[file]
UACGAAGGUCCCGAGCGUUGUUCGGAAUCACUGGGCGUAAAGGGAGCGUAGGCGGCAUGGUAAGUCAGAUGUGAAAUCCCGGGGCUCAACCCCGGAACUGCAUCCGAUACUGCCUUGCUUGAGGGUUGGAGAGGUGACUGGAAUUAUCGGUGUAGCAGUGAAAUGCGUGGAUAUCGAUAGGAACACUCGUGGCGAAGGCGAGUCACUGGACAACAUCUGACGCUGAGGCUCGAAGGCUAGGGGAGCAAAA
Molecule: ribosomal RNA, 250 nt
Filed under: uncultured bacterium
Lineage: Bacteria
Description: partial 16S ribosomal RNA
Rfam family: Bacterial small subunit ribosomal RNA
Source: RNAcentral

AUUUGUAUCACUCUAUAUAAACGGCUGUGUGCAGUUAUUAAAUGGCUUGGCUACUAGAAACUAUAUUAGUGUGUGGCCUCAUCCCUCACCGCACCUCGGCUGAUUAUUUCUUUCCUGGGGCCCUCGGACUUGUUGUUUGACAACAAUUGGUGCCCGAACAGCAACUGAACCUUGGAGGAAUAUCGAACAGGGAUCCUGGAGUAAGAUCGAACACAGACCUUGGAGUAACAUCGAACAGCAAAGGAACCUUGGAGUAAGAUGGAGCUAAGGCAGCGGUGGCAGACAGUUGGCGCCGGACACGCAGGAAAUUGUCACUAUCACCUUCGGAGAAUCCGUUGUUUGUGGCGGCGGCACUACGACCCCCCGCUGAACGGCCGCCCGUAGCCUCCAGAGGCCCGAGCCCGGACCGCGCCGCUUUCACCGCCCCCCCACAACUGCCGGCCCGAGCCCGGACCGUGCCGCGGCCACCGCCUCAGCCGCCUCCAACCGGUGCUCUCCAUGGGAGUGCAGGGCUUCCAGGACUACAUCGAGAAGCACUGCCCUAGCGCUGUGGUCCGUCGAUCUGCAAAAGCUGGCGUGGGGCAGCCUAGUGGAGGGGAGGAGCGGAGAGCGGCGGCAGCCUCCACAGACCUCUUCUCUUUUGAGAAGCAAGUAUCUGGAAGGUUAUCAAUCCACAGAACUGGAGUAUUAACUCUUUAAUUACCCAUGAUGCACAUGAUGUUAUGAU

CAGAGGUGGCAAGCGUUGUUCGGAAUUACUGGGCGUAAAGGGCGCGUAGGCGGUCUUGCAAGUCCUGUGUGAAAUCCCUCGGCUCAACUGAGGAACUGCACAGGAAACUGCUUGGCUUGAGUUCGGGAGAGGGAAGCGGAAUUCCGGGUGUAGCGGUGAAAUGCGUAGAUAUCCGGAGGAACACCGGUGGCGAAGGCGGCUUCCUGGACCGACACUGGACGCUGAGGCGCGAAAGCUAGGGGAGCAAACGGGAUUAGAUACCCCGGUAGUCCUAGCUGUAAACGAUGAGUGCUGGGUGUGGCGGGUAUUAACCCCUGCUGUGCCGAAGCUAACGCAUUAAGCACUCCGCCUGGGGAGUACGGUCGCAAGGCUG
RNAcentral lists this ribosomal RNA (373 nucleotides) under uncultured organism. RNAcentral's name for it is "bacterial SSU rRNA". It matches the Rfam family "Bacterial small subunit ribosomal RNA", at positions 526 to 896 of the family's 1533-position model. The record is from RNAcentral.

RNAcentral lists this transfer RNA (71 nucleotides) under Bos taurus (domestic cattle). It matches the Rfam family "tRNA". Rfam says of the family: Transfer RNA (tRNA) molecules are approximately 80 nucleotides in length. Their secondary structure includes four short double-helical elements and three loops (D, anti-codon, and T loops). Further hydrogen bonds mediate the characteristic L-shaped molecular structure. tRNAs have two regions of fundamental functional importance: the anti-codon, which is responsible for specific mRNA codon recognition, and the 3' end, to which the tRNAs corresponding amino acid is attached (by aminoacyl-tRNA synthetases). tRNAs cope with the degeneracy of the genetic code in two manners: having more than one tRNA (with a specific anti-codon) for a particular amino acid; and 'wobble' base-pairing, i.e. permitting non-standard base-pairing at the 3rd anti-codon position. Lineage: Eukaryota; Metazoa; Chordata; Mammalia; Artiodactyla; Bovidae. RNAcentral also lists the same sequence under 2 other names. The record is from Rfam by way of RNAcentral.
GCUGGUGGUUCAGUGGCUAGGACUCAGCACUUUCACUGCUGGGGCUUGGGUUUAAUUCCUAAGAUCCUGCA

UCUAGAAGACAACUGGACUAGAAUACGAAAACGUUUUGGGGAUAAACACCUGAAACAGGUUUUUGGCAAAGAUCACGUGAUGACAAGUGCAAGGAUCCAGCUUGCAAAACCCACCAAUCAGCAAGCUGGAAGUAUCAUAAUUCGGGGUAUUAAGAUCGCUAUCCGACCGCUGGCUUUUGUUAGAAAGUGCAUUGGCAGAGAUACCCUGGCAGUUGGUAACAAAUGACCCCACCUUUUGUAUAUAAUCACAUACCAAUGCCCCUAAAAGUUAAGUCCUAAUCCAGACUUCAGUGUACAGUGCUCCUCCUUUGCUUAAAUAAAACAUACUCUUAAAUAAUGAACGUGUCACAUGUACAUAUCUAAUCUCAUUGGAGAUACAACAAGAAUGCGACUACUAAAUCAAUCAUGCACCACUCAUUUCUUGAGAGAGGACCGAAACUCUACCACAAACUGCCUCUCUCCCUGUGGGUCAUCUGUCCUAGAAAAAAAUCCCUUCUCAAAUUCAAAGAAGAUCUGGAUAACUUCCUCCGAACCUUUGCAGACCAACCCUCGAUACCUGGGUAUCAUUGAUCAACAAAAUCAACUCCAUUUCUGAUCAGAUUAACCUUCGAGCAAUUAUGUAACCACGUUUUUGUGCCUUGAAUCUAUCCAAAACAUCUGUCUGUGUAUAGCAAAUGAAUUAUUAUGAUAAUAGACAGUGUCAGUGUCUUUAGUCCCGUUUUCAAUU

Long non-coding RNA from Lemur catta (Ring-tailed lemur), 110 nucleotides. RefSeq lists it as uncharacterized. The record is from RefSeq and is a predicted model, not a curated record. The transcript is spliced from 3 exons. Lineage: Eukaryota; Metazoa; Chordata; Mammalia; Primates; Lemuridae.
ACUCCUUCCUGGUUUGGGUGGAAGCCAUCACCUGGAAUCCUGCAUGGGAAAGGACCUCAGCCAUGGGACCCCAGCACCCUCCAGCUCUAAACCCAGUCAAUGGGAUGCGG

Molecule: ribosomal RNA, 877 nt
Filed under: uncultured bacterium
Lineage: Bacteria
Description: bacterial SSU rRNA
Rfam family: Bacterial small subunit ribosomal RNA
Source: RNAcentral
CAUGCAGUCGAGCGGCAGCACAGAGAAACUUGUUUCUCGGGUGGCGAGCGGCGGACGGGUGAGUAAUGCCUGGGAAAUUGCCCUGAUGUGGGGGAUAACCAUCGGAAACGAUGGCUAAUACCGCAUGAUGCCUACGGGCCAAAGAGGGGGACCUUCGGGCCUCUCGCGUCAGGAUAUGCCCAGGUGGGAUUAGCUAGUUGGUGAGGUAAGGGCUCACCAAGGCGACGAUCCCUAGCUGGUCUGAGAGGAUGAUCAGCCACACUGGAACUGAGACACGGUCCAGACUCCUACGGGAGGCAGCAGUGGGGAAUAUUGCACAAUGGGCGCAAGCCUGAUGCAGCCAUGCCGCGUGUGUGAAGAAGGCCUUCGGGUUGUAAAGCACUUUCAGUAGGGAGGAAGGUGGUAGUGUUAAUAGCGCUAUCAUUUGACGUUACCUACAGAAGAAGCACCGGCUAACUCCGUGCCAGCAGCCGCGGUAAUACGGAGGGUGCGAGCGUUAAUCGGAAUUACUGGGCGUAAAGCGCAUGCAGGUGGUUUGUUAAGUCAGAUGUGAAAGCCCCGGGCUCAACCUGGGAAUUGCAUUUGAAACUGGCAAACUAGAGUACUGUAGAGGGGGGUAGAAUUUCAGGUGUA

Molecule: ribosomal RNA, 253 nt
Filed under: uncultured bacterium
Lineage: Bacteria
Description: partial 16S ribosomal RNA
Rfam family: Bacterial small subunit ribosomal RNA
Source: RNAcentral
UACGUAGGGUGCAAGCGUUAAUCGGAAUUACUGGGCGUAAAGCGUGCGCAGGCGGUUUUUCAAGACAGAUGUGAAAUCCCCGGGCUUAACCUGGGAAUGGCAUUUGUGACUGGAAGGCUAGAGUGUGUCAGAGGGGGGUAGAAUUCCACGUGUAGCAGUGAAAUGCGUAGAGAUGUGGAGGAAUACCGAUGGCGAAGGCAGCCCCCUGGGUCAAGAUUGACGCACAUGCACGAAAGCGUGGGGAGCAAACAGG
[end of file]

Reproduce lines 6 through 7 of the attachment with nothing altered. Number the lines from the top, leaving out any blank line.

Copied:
Rfam family: Bacterial small subunit ribosomal RNA
Source: RNAcentral